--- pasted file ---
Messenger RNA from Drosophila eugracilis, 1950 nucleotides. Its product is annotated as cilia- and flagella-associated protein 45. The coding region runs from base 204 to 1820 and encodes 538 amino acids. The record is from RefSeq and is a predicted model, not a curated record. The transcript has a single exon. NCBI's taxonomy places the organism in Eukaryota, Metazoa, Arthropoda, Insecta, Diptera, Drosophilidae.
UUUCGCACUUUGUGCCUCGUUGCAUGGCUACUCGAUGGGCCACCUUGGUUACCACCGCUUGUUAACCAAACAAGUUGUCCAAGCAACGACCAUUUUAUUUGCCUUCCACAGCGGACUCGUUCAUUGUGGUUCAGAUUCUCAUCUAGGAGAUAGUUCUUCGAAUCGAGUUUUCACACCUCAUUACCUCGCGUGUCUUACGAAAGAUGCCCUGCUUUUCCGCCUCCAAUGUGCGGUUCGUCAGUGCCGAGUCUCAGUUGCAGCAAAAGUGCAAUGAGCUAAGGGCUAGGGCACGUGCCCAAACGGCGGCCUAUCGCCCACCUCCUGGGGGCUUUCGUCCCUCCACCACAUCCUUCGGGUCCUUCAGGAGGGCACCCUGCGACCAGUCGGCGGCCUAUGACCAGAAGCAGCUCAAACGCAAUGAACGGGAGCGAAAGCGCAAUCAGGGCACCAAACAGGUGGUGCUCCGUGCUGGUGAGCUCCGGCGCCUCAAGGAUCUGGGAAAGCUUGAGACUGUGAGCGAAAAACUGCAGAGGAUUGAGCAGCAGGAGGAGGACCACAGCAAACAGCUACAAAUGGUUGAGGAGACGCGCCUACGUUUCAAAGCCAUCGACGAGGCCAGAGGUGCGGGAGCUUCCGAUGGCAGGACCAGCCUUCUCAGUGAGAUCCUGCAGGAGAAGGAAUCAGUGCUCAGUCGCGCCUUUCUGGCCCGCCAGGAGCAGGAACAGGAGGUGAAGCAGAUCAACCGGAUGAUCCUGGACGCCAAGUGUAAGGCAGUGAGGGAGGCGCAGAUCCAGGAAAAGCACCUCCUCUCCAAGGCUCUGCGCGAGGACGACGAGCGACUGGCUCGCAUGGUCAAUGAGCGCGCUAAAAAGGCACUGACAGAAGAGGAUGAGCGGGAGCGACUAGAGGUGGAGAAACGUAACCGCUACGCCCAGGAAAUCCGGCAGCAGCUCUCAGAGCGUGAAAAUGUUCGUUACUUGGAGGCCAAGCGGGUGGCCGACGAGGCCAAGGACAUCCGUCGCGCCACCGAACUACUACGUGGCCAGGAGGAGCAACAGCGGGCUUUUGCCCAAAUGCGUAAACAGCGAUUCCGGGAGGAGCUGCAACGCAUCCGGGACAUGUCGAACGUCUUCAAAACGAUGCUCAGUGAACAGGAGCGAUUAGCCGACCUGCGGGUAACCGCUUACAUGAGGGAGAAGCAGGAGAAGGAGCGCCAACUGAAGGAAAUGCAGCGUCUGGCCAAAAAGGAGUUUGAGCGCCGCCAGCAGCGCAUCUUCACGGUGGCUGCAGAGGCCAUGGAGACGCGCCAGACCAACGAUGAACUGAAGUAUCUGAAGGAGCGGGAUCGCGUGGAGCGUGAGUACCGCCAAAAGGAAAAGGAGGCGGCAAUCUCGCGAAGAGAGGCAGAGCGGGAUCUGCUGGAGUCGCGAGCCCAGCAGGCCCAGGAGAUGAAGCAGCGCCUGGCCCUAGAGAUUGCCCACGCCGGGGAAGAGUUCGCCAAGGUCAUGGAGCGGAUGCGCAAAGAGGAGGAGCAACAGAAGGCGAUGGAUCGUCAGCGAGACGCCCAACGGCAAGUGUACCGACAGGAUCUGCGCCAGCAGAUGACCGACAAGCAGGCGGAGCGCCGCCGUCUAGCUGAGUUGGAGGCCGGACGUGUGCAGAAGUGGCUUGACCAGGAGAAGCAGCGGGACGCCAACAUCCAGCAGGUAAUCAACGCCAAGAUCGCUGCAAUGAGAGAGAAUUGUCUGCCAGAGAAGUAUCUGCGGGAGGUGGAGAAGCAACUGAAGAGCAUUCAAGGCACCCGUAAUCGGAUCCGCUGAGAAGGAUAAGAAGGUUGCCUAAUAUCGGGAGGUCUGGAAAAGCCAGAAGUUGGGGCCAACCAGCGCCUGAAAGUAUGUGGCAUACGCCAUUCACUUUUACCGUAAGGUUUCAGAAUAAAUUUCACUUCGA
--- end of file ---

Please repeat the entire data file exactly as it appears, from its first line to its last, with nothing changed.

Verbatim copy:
Messenger RNA from Drosophila eugracilis, 1950 nucleotides. Its product is annotated as cilia- and flagella-associated protein 45. The coding region runs from base 204 to 1820 and encodes 538 amino acids. The record is from RefSeq and is a predicted model, not a curated record. The transcript has a single exon. NCBI's taxonomy places the organism in Eukaryota, Metazoa, Arthropoda, Insecta, Diptera, Drosophilidae.
UUUCGCACUUUGUGCCUCGUUGCAUGGCUACUCGAUGGGCCACCUUGGUUACCACCGCUUGUUAACCAAACAAGUUGUCCAAGCAACGACCAUUUUAUUUGCCUUCCACAGCGGACUCGUUCAUUGUGGUUCAGAUUCUCAUCUAGGAGAUAGUUCUUCGAAUCGAGUUUUCACACCUCAUUACCUCGCGUGUCUUACGAAAGAUGCCCUGCUUUUCCGCCUCCAAUGUGCGGUUCGUCAGUGCCGAGUCUCAGUUGCAGCAAAAGUGCAAUGAGCUAAGGGCUAGGGCACGUGCCCAAACGGCGGCCUAUCGCCCACCUCCUGGGGGCUUUCGUCCCUCCACCACAUCCUUCGGGUCCUUCAGGAGGGCACCCUGCGACCAGUCGGCGGCCUAUGACCAGAAGCAGCUCAAACGCAAUGAACGGGAGCGAAAGCGCAAUCAGGGCACCAAACAGGUGGUGCUCCGUGCUGGUGAGCUCCGGCGCCUCAAGGAUCUGGGAAAGCUUGAGACUGUGAGCGAAAAACUGCAGAGGAUUGAGCAGCAGGAGGAGGACCACAGCAAACAGCUACAAAUGGUUGAGGAGACGCGCCUACGUUUCAAAGCCAUCGACGAGGCCAGAGGUGCGGGAGCUUCCGAUGGCAGGACCAGCCUUCUCAGUGAGAUCCUGCAGGAGAAGGAAUCAGUGCUCAGUCGCGCCUUUCUGGCCCGCCAGGAGCAGGAACAGGAGGUGAAGCAGAUCAACCGGAUGAUCCUGGACGCCAAGUGUAAGGCAGUGAGGGAGGCGCAGAUCCAGGAAAAGCACCUCCUCUCCAAGGCUCUGCGCGAGGACGACGAGCGACUGGCUCGCAUGGUCAAUGAGCGCGCUAAAAAGGCACUGACAGAAGAGGAUGAGCGGGAGCGACUAGAGGUGGAGAAACGUAACCGCUACGCCCAGGAAAUCCGGCAGCAGCUCUCAGAGCGUGAAAAUGUUCGUUACUUGGAGGCCAAGCGGGUGGCCGACGAGGCCAAGGACAUCCGUCGCGCCACCGAACUACUACGUGGCCAGGAGGAGCAACAGCGGGCUUUUGCCCAAAUGCGUAAACAGCGAUUCCGGGAGGAGCUGCAACGCAUCCGGGACAUGUCGAACGUCUUCAAAACGAUGCUCAGUGAACAGGAGCGAUUAGCCGACCUGCGGGUAACCGCUUACAUGAGGGAGAAGCAGGAGAAGGAGCGCCAACUGAAGGAAAUGCAGCGUCUGGCCAAAAAGGAGUUUGAGCGCCGCCAGCAGCGCAUCUUCACGGUGGCUGCAGAGGCCAUGGAGACGCGCCAGACCAACGAUGAACUGAAGUAUCUGAAGGAGCGGGAUCGCGUGGAGCGUGAGUACCGCCAAAAGGAAAAGGAGGCGGCAAUCUCGCGAAGAGAGGCAGAGCGGGAUCUGCUGGAGUCGCGAGCCCAGCAGGCCCAGGAGAUGAAGCAGCGCCUGGCCCUAGAGAUUGCCCACGCCGGGGAAGAGUUCGCCAAGGUCAUGGAGCGGAUGCGCAAAGAGGAGGAGCAACAGAAGGCGAUGGAUCGUCAGCGAGACGCCCAACGGCAAGUGUACCGACAGGAUCUGCGCCAGCAGAUGACCGACAAGCAGGCGGAGCGCCGCCGUCUAGCUGAGUUGGAGGCCGGACGUGUGCAGAAGUGGCUUGACCAGGAGAAGCAGCGGGACGCCAACAUCCAGCAGGUAAUCAACGCCAAGAUCGCUGCAAUGAGAGAGAAUUGUCUGCCAGAGAAGUAUCUGCGGGAGGUGGAGAAGCAACUGAAGAGCAUUCAAGGCACCCGUAAUCGGAUCCGCUGAGAAGGAUAAGAAGGUUGCCUAAUAUCGGGAGGUCUGGAAAAGCCAGAAGUUGGGGCCAACCAGCGCCUGAAAGUAUGUGGCAUACGCCAUUCACUUUUACCGUAAGGUUUCAGAAUAAAUUUCACUUCGA